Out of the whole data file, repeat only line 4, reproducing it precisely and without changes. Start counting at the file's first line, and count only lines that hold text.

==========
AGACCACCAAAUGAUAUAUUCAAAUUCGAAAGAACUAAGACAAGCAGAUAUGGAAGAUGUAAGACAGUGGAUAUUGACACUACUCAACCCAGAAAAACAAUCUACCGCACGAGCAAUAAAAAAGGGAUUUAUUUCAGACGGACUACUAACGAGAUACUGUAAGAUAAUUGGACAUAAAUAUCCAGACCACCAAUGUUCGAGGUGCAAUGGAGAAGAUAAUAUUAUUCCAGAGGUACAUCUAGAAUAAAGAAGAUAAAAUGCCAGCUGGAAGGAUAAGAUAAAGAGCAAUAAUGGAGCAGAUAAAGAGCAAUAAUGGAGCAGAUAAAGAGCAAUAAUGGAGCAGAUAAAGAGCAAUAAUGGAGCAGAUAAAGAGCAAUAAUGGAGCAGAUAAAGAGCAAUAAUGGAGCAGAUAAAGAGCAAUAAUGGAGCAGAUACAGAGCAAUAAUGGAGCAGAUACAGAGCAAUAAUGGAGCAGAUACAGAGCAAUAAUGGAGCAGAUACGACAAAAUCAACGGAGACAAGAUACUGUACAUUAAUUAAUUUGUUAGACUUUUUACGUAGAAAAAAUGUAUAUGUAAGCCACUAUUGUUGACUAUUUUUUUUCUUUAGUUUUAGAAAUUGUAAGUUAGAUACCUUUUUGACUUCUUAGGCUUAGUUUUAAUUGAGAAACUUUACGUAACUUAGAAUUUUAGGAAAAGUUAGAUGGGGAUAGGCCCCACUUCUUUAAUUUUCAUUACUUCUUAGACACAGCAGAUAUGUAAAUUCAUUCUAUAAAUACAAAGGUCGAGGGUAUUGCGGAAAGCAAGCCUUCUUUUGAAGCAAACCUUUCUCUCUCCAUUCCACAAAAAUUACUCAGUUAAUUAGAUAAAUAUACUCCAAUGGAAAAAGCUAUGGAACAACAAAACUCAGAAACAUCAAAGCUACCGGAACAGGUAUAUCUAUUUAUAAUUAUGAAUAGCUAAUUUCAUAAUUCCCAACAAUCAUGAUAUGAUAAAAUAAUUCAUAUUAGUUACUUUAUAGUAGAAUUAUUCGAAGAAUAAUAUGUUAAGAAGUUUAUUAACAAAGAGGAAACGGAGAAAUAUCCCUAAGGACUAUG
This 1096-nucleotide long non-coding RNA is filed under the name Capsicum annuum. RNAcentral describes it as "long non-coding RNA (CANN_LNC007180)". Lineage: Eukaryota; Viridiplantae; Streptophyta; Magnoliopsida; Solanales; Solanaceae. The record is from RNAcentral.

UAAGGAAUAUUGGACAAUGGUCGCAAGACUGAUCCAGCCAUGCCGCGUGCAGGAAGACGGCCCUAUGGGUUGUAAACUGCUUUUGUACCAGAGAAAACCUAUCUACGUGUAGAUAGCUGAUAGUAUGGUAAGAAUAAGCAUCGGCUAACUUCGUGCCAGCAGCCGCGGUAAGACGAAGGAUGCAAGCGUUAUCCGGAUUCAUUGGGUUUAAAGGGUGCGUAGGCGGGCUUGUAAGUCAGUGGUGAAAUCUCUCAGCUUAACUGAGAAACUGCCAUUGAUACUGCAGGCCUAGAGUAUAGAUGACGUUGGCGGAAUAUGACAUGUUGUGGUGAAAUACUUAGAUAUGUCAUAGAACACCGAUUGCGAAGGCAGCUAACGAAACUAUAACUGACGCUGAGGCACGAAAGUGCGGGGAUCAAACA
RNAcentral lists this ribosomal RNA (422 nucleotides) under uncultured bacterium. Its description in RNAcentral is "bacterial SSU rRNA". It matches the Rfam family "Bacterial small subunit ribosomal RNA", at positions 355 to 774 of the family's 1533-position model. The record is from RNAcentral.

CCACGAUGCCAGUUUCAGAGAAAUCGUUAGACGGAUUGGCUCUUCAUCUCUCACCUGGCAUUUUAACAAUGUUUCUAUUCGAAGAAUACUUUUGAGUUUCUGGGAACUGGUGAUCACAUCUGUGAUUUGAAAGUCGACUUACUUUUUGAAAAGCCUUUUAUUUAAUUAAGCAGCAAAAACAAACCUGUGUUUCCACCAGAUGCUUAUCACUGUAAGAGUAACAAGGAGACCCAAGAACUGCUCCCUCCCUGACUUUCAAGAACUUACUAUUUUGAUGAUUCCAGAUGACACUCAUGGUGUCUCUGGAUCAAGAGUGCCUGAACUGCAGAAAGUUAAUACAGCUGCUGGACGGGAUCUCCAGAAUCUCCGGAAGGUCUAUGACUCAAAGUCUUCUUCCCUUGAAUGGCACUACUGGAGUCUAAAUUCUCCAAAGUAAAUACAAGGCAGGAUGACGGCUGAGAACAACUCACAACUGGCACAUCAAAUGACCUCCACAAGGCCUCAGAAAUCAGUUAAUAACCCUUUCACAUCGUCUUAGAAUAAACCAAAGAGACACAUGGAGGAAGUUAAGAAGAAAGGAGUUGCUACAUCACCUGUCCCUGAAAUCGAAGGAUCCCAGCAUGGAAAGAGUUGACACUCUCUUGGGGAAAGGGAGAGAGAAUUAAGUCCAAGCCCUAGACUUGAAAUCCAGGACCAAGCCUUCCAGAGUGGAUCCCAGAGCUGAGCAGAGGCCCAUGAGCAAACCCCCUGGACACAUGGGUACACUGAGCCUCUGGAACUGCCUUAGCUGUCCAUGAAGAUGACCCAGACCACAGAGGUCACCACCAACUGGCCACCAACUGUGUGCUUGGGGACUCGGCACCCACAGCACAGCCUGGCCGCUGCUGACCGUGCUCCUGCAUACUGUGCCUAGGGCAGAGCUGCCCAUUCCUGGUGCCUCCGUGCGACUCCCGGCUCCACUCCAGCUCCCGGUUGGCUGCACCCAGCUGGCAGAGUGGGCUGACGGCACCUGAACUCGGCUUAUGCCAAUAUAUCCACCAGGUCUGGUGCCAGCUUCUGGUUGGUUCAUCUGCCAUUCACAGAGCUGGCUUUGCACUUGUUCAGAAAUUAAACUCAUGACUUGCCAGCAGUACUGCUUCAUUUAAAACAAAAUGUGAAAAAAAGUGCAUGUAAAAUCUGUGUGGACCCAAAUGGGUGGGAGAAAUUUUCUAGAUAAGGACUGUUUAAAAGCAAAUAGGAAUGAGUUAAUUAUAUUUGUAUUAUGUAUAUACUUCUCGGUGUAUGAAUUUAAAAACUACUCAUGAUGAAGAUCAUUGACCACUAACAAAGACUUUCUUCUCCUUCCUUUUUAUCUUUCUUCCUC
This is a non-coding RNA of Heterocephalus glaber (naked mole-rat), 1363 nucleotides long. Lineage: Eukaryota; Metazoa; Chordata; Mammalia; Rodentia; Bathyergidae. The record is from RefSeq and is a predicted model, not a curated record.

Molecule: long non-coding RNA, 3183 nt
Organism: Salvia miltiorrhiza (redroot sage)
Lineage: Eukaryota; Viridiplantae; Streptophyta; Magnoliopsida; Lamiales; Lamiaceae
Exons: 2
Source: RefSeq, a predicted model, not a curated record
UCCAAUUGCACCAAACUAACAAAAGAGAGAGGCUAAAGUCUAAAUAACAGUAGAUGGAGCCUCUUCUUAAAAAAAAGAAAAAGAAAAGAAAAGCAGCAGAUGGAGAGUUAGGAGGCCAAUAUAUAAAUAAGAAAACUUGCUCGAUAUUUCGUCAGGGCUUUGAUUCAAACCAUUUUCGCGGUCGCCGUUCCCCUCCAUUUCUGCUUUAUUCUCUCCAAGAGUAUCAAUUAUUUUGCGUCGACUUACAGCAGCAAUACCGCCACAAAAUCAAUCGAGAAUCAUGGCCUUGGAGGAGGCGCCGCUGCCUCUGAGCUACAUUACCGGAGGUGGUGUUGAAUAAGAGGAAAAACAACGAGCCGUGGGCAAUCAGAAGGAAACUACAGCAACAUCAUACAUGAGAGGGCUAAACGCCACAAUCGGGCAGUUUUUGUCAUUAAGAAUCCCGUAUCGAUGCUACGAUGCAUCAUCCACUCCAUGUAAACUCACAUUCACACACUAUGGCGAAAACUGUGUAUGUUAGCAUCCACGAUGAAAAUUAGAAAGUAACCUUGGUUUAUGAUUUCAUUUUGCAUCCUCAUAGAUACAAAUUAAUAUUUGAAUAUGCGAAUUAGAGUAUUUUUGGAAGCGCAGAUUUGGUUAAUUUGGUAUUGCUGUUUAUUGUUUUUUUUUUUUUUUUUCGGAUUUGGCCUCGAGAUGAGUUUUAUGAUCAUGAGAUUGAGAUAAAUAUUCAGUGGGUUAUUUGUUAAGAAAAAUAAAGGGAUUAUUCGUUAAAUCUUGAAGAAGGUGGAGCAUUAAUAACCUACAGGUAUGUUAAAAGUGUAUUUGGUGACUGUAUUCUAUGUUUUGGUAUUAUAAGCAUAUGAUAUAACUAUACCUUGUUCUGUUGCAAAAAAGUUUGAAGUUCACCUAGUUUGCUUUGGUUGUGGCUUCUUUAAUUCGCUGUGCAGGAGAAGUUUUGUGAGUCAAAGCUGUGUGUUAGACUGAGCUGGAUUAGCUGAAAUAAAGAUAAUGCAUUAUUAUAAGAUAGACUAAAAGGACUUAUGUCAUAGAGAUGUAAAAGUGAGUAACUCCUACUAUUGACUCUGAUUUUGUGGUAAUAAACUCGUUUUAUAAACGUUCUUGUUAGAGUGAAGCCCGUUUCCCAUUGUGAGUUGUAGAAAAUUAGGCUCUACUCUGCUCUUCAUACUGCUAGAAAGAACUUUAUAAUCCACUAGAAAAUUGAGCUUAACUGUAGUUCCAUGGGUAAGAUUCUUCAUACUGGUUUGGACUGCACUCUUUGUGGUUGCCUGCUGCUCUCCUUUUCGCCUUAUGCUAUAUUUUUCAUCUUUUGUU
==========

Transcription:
RNAcentral lists this ribosomal RNA (422 nucleotides) under uncultured bacterium. Its description in RNAcentral is "bacterial SSU rRNA". It matches the Rfam family "Bacterial small subunit ribosomal RNA", at positions 355 to 774 of the family's 1533-position model. The record is from RNAcentral.